Post-conflict productivity: The Catch-22 of Rural Producer Organizations

A bean farmer checks her crop in DR Congo.

Decades of conflict in the Democratic Republic of Congo (DRC) have led to an estimated death toll of 5.4 million and rising, decimated rural infrastructure and institutions, and a chronically underperforming agricultural sector. In 2011, the DRC ranked at the bottom of a list of 81 countries in IFPRI’s Global Hunger Index and dead last of 187 countries in the United Nation’s Human Development Report.

Although agriculture employs more than 70 percent of DRC’s population of 700 million, the country owns the dubious distinction of having the highest rate of malnutrition in the world; of DRC’s 80 million hectares of arable land, only 10 percent is used for food production, as armed civil conflict led farmers to abandon production on war-torn farmlands. In a country where more than 50 percent of the population is malnourished, boosting domestic food production is essential to adequately and sustainably meeting the persistent food-security challenges at hand.

IFPRI researcher Catherine Ragasa and World Bank consultant Jennifer Golan wondered if rural producer organizations could provide farmers with the essential services they need to spur agricultural growth in DRC and other fragile and post-conflict states. Rural producer organizations (RPOs) are groups— such as farmer-based organizations, women’s organizations, youth organizations, local development groups, village associations, and unions or federations— that facilitate collective action in agricultural production, processing and marketing, and various aspects of rural livelihoods. Recently, hope has surged that these organizations could fill the void of state-provided services in post-conflict states; playing the commanding role in service provision that would ultimately encourage rural development. In their discussion paper, “The Role of Rural Producer Organizations for Agricultural Service Provision in Fragile States,” Ragasa and Golan investigate if and how this could play out.

As part of a larger study assessing the state of agricultural extension in DRC, Ragasa and Golan studied 181 rural producer organizations from 145 randomly selected villages in three provinces in Western Congo. While these three provinces were not as severely impacted by conflict in recent years as were those in the East, incidence of food insecurity and child malnutrition remains high.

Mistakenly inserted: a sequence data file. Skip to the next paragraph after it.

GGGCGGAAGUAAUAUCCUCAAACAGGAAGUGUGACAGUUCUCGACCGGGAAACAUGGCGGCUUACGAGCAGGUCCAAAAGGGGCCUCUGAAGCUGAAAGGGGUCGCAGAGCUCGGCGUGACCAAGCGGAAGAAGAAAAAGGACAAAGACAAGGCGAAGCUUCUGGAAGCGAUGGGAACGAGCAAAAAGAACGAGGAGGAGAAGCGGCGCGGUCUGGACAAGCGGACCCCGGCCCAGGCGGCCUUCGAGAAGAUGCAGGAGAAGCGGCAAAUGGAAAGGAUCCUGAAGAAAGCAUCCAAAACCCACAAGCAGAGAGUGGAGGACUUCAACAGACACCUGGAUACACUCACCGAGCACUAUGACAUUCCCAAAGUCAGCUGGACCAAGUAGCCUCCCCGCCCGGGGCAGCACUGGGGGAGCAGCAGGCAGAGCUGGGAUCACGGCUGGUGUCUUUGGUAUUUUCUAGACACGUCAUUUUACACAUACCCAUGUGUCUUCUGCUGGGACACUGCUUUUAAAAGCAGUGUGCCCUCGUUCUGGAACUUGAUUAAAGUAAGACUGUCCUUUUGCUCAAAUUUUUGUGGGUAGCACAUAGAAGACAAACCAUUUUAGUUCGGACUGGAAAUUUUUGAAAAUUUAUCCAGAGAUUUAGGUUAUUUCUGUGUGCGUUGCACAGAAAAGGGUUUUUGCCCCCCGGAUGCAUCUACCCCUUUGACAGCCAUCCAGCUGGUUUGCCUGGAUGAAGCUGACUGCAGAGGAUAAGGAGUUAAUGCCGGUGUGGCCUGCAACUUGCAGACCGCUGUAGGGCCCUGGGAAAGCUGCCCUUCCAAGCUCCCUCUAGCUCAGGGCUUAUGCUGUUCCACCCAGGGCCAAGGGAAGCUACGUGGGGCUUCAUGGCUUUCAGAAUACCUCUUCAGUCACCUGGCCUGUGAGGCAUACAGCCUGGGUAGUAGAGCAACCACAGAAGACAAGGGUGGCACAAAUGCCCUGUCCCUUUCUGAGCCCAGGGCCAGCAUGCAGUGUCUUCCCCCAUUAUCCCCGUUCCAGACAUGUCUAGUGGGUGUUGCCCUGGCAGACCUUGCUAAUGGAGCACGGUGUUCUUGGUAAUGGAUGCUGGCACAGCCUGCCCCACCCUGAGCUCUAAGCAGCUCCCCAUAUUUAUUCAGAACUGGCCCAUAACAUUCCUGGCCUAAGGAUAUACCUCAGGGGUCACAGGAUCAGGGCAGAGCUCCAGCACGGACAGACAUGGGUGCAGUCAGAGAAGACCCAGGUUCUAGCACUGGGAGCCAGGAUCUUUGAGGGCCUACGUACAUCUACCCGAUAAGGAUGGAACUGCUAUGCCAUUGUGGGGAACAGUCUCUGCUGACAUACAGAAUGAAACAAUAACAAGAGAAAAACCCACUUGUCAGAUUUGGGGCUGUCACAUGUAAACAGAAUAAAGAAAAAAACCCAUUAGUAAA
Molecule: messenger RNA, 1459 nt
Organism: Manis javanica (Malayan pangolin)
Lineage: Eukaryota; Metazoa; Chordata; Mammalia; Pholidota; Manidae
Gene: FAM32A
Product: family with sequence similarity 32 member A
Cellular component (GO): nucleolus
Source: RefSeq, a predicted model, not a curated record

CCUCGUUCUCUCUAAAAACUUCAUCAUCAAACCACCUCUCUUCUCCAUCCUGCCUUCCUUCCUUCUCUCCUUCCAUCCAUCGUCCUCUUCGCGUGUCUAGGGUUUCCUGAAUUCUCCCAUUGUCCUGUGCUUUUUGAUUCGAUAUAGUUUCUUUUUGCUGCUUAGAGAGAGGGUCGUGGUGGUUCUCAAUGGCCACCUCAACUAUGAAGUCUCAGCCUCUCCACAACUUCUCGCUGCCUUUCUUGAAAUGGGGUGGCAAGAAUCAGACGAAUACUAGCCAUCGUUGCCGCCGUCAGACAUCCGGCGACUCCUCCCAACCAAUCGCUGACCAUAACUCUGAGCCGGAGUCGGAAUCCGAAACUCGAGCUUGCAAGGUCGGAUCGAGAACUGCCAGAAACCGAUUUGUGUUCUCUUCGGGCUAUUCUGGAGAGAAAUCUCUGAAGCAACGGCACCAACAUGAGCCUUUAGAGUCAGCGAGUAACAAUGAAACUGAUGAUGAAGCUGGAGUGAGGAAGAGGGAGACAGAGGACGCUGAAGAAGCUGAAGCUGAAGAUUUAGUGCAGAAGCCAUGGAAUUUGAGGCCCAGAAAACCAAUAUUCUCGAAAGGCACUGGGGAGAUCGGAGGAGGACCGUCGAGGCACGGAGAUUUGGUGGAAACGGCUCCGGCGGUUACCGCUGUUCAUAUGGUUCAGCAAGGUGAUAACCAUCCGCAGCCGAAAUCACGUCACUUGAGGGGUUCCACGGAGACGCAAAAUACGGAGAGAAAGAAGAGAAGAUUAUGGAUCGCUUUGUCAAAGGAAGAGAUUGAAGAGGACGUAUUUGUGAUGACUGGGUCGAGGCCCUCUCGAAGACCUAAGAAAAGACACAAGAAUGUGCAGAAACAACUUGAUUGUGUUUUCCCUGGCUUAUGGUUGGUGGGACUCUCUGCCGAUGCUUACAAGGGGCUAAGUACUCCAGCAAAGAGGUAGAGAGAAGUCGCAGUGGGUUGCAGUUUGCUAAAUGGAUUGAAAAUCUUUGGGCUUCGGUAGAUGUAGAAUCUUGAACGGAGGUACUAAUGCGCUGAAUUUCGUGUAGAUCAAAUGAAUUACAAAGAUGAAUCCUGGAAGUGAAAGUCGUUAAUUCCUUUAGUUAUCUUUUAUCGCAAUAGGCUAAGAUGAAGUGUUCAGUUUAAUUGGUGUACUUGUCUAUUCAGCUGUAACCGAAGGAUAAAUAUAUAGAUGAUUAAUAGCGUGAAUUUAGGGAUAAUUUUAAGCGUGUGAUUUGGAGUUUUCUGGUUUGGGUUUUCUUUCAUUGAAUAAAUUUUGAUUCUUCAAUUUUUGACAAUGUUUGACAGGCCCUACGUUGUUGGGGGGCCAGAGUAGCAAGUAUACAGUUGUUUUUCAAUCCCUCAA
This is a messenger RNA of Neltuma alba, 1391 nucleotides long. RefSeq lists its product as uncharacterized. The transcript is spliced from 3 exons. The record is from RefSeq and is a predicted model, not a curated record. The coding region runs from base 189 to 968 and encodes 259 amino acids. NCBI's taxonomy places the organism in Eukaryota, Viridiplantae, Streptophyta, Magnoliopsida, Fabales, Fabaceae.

The researchers found that RPOs are not a silver bullet when it comes to catalyzing development in the agricultural sector. They cannot entirely fill the vacuum of publicly-financed services in fragile states. In fact, the effectiveness of RPOs represents a bit of a Catch-22: RPOs need good governance and proper security to maximize benefits for their members, however they have the most to offer communities without these conditions, specifically when strong government institutions (and the services they provide) are largely absent.

The study found that RPOs are most effective when they link with other potential sources of services, information, technical support, and market outlets; benefit from external support during setup; offer management and organizational training to their key officials; and have committed, active members. In addition, Ragasa and Golan discovered that understanding and addressing the sources and causes of conflict is crucial for developing and implementing successful agricultural and rural development strategies.

So what’s the bottom line? As is the case with any effective development project, context is everything. RPOs can often contribute to the broader agricultural development of fragile and post-conflict states by bridging the gaps in service provision. However, as the researchers found, “there is no guarantee that they are able to do so.”